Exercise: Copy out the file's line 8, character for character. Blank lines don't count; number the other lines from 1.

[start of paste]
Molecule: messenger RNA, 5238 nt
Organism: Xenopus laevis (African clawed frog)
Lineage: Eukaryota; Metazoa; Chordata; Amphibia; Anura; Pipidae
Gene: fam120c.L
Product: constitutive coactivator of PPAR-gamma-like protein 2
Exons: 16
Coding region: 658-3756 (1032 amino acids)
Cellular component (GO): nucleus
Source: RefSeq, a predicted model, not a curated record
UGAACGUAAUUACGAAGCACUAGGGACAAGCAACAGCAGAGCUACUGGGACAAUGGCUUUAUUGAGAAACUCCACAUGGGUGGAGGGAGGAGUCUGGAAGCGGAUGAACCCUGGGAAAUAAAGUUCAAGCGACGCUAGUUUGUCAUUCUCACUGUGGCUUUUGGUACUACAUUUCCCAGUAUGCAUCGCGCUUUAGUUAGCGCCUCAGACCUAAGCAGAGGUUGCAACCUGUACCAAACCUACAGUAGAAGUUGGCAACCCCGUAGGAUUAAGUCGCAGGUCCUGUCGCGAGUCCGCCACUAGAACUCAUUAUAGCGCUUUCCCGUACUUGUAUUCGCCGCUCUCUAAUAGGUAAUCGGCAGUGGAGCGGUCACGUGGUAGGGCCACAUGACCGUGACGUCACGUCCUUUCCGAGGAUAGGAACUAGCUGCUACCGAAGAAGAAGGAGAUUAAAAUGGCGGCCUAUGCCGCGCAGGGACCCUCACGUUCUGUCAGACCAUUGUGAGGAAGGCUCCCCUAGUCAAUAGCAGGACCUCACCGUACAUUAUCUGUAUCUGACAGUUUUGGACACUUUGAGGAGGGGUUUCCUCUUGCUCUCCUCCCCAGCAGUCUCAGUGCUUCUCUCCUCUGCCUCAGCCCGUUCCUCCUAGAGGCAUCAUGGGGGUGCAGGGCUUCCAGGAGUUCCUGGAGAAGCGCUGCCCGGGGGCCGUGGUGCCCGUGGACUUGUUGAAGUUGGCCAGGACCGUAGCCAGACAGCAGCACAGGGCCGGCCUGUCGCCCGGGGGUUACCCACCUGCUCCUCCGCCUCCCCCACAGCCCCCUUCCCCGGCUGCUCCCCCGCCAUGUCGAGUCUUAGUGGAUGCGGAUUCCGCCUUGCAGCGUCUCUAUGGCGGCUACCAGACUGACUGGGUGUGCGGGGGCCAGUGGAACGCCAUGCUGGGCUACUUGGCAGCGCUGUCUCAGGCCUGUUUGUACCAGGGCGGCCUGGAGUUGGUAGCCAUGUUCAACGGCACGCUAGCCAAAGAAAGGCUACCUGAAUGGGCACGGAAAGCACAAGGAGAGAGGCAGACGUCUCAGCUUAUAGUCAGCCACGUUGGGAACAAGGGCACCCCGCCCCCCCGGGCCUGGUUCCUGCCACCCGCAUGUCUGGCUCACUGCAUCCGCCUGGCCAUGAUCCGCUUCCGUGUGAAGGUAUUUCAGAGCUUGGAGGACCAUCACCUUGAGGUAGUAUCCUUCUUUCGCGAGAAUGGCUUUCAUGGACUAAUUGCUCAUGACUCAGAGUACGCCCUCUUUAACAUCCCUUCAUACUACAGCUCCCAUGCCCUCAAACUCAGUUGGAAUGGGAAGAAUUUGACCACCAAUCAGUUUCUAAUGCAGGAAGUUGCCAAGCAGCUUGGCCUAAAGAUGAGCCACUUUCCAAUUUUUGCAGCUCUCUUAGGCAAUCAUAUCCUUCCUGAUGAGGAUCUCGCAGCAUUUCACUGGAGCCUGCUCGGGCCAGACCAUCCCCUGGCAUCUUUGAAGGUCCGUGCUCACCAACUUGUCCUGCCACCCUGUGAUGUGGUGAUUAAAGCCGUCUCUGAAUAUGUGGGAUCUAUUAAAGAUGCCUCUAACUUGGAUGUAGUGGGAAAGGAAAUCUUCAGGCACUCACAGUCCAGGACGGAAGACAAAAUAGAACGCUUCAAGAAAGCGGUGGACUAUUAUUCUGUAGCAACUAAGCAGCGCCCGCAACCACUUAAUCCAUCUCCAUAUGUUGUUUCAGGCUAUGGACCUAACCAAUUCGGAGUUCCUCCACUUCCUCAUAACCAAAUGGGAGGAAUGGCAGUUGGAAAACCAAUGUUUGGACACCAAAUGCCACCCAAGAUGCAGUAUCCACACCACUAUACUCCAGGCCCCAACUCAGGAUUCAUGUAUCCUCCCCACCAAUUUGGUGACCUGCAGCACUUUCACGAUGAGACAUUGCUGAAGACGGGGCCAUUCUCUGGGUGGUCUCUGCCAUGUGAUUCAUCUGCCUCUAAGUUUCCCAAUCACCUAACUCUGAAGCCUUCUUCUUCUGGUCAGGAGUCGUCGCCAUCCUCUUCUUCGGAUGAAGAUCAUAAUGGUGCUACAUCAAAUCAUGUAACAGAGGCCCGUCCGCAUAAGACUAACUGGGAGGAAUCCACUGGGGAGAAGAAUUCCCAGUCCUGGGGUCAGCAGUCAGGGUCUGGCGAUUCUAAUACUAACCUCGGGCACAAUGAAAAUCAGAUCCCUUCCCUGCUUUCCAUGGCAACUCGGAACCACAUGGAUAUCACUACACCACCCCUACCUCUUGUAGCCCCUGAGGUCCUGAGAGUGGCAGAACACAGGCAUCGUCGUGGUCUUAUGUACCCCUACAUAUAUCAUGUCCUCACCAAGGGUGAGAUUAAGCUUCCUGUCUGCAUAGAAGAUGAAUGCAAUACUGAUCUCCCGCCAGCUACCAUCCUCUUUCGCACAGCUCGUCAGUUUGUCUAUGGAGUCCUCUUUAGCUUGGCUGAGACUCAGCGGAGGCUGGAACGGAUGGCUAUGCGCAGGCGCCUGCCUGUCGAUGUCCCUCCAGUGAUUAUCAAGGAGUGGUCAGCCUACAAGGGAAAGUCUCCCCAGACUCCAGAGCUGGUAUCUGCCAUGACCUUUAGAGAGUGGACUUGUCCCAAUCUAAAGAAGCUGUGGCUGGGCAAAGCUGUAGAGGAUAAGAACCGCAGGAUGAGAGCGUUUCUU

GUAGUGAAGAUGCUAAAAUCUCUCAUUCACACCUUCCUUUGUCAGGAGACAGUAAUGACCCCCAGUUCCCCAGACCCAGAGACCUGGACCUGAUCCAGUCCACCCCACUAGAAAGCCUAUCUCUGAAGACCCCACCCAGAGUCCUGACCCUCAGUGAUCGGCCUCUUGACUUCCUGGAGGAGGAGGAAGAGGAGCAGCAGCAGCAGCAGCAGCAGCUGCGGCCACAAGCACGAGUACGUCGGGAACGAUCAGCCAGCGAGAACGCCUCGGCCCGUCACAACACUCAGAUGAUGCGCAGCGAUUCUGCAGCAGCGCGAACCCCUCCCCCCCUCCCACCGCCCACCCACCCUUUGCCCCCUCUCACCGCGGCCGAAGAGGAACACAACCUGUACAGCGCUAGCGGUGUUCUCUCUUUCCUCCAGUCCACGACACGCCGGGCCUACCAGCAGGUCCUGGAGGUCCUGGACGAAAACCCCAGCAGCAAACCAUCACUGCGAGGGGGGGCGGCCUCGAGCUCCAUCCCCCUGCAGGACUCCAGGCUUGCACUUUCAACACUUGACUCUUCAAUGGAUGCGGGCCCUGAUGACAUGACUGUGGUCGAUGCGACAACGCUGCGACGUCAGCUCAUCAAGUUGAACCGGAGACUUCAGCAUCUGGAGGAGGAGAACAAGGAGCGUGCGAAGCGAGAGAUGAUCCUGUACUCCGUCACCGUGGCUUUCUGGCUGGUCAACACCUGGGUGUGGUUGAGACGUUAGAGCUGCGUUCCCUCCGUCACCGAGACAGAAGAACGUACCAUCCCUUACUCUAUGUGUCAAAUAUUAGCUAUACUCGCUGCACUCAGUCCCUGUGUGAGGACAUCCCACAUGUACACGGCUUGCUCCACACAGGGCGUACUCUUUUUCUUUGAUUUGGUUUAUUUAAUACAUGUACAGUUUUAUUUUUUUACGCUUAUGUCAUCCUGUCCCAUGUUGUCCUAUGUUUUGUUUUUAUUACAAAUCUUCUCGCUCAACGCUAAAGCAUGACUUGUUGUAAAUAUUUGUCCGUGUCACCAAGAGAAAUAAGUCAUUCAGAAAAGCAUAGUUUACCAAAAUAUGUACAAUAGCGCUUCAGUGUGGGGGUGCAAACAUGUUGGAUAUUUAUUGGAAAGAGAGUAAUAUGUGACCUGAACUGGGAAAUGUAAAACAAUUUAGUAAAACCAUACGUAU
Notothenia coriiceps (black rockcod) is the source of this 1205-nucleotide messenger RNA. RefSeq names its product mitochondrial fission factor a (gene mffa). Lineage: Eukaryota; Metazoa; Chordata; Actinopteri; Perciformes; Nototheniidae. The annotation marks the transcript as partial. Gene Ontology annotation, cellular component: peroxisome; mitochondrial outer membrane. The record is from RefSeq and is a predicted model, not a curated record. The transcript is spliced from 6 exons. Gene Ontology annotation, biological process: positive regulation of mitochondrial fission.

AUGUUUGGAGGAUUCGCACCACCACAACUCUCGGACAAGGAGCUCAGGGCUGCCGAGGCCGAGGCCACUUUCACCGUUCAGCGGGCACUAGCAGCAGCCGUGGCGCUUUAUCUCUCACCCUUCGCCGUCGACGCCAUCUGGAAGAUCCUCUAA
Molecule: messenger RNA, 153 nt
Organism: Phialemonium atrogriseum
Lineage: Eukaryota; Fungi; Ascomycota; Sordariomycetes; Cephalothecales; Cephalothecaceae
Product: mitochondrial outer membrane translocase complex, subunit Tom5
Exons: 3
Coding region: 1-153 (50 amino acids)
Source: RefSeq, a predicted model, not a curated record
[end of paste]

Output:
Cellular component (GO): nucleus